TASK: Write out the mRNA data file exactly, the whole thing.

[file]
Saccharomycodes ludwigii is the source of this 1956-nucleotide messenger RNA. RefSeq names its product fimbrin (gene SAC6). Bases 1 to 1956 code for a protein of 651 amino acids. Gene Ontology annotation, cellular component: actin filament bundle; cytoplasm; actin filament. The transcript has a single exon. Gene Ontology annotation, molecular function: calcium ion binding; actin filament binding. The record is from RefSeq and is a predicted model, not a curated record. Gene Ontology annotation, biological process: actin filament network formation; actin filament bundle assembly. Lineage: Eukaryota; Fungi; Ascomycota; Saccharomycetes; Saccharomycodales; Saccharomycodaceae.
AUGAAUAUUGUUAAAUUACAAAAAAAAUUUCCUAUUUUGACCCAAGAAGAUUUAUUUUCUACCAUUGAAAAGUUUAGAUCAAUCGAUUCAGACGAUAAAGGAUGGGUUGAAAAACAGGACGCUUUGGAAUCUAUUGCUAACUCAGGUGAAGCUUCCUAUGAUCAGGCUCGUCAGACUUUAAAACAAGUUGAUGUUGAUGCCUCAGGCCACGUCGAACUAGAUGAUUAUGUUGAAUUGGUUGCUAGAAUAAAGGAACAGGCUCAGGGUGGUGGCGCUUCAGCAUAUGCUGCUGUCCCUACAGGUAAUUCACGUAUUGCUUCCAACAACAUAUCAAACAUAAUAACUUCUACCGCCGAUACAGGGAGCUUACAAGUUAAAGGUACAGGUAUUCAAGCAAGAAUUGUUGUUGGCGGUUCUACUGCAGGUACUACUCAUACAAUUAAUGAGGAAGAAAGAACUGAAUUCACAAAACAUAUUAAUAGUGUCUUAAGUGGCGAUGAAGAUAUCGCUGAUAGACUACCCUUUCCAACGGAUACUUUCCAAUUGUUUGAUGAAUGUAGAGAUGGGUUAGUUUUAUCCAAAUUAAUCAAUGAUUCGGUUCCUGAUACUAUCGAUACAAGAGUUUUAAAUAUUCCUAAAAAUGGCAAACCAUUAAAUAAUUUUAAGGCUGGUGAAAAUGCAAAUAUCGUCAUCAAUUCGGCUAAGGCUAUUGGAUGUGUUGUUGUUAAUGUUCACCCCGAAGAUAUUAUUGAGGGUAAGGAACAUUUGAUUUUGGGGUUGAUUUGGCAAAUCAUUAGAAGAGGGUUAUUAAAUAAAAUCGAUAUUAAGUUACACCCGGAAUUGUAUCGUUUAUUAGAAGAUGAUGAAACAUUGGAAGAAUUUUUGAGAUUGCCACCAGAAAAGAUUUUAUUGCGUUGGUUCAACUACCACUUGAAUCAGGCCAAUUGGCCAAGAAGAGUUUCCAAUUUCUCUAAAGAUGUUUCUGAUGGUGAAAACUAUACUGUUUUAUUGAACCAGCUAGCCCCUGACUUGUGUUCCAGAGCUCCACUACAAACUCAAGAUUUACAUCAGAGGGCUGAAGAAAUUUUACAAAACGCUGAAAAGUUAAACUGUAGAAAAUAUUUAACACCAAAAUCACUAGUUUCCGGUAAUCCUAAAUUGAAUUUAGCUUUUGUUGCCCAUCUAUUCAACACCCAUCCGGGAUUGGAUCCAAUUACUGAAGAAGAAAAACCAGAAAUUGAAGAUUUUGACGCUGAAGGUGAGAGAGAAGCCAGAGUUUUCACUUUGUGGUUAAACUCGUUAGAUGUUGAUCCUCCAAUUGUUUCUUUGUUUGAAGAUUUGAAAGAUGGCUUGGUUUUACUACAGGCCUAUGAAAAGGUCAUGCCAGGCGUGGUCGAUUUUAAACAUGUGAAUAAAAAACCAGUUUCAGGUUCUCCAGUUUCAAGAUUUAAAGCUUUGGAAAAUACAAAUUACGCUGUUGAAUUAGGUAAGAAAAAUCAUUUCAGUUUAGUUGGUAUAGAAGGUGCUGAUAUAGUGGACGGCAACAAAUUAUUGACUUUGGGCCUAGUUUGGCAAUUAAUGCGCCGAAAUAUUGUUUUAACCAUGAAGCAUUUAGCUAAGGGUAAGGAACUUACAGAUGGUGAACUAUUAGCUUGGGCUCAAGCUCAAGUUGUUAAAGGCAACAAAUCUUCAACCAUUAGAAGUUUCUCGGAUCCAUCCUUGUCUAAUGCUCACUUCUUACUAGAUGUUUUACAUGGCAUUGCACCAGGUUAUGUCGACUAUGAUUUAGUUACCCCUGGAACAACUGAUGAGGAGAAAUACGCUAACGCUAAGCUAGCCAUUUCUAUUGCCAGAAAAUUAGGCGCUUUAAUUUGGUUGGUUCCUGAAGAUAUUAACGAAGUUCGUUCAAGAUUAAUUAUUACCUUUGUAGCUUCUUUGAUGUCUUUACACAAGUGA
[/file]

Saccharomycodes ludwigii is the source of this 1956-nucleotide messenger RNA. RefSeq names its product fimbrin (gene SAC6). Bases 1 to 1956 code for a protein of 651 amino acids. Gene Ontology annotation, cellular component: actin filament bundle; cytoplasm; actin filament. The transcript has a single exon. Gene Ontology annotation, molecular function: calcium ion binding; actin filament binding. The record is from RefSeq and is a predicted model, not a curated record. Gene Ontology annotation, biological process: actin filament network formation; actin filament bundle assembly. Lineage: Eukaryota; Fungi; Ascomycota; Saccharomycetes; Saccharomycodales; Saccharomycodaceae.
AUGAAUAUUGUUAAAUUACAAAAAAAAUUUCCUAUUUUGACCCAAGAAGAUUUAUUUUCUACCAUUGAAAAGUUUAGAUCAAUCGAUUCAGACGAUAAAGGAUGGGUUGAAAAACAGGACGCUUUGGAAUCUAUUGCUAACUCAGGUGAAGCUUCCUAUGAUCAGGCUCGUCAGACUUUAAAACAAGUUGAUGUUGAUGCCUCAGGCCACGUCGAACUAGAUGAUUAUGUUGAAUUGGUUGCUAGAAUAAAGGAACAGGCUCAGGGUGGUGGCGCUUCAGCAUAUGCUGCUGUCCCUACAGGUAAUUCACGUAUUGCUUCCAACAACAUAUCAAACAUAAUAACUUCUACCGCCGAUACAGGGAGCUUACAAGUUAAAGGUACAGGUAUUCAAGCAAGAAUUGUUGUUGGCGGUUCUACUGCAGGUACUACUCAUACAAUUAAUGAGGAAGAAAGAACUGAAUUCACAAAACAUAUUAAUAGUGUCUUAAGUGGCGAUGAAGAUAUCGCUGAUAGACUACCCUUUCCAACGGAUACUUUCCAAUUGUUUGAUGAAUGUAGAGAUGGGUUAGUUUUAUCCAAAUUAAUCAAUGAUUCGGUUCCUGAUACUAUCGAUACAAGAGUUUUAAAUAUUCCUAAAAAUGGCAAACCAUUAAAUAAUUUUAAGGCUGGUGAAAAUGCAAAUAUCGUCAUCAAUUCGGCUAAGGCUAUUGGAUGUGUUGUUGUUAAUGUUCACCCCGAAGAUAUUAUUGAGGGUAAGGAACAUUUGAUUUUGGGGUUGAUUUGGCAAAUCAUUAGAAGAGGGUUAUUAAAUAAAAUCGAUAUUAAGUUACACCCGGAAUUGUAUCGUUUAUUAGAAGAUGAUGAAACAUUGGAAGAAUUUUUGAGAUUGCCACCAGAAAAGAUUUUAUUGCGUUGGUUCAACUACCACUUGAAUCAGGCCAAUUGGCCAAGAAGAGUUUCCAAUUUCUCUAAAGAUGUUUCUGAUGGUGAAAACUAUACUGUUUUAUUGAACCAGCUAGCCCCUGACUUGUGUUCCAGAGCUCCACUACAAACUCAAGAUUUACAUCAGAGGGCUGAAGAAAUUUUACAAAACGCUGAAAAGUUAAACUGUAGAAAAUAUUUAACACCAAAAUCACUAGUUUCCGGUAAUCCUAAAUUGAAUUUAGCUUUUGUUGCCCAUCUAUUCAACACCCAUCCGGGAUUGGAUCCAAUUACUGAAGAAGAAAAACCAGAAAUUGAAGAUUUUGACGCUGAAGGUGAGAGAGAAGCCAGAGUUUUCACUUUGUGGUUAAACUCGUUAGAUGUUGAUCCUCCAAUUGUUUCUUUGUUUGAAGAUUUGAAAGAUGGCUUGGUUUUACUACAGGCCUAUGAAAAGGUCAUGCCAGGCGUGGUCGAUUUUAAACAUGUGAAUAAAAAACCAGUUUCAGGUUCUCCAGUUUCAAGAUUUAAAGCUUUGGAAAAUACAAAUUACGCUGUUGAAUUAGGUAAGAAAAAUCAUUUCAGUUUAGUUGGUAUAGAAGGUGCUGAUAUAGUGGACGGCAACAAAUUAUUGACUUUGGGCCUAGUUUGGCAAUUAAUGCGCCGAAAUAUUGUUUUAACCAUGAAGCAUUUAGCUAAGGGUAAGGAACUUACAGAUGGUGAACUAUUAGCUUGGGCUCAAGCUCAAGUUGUUAAAGGCAACAAAUCUUCAACCAUUAGAAGUUUCUCGGAUCCAUCCUUGUCUAAUGCUCACUUCUUACUAGAUGUUUUACAUGGCAUUGCACCAGGUUAUGUCGACUAUGAUUUAGUUACCCCUGGAACAACUGAUGAGGAGAAAUACGCUAACGCUAAGCUAGCCAUUUCUAUUGCCAGAAAAUUAGGCGCUUUAAUUUGGUUGGUUCCUGAAGAUAUUAACGAAGUUCGUUCAAGAUUAAUUAUUACCUUUGUAGCUUCUUUGAUGUCUUUACACAAGUGA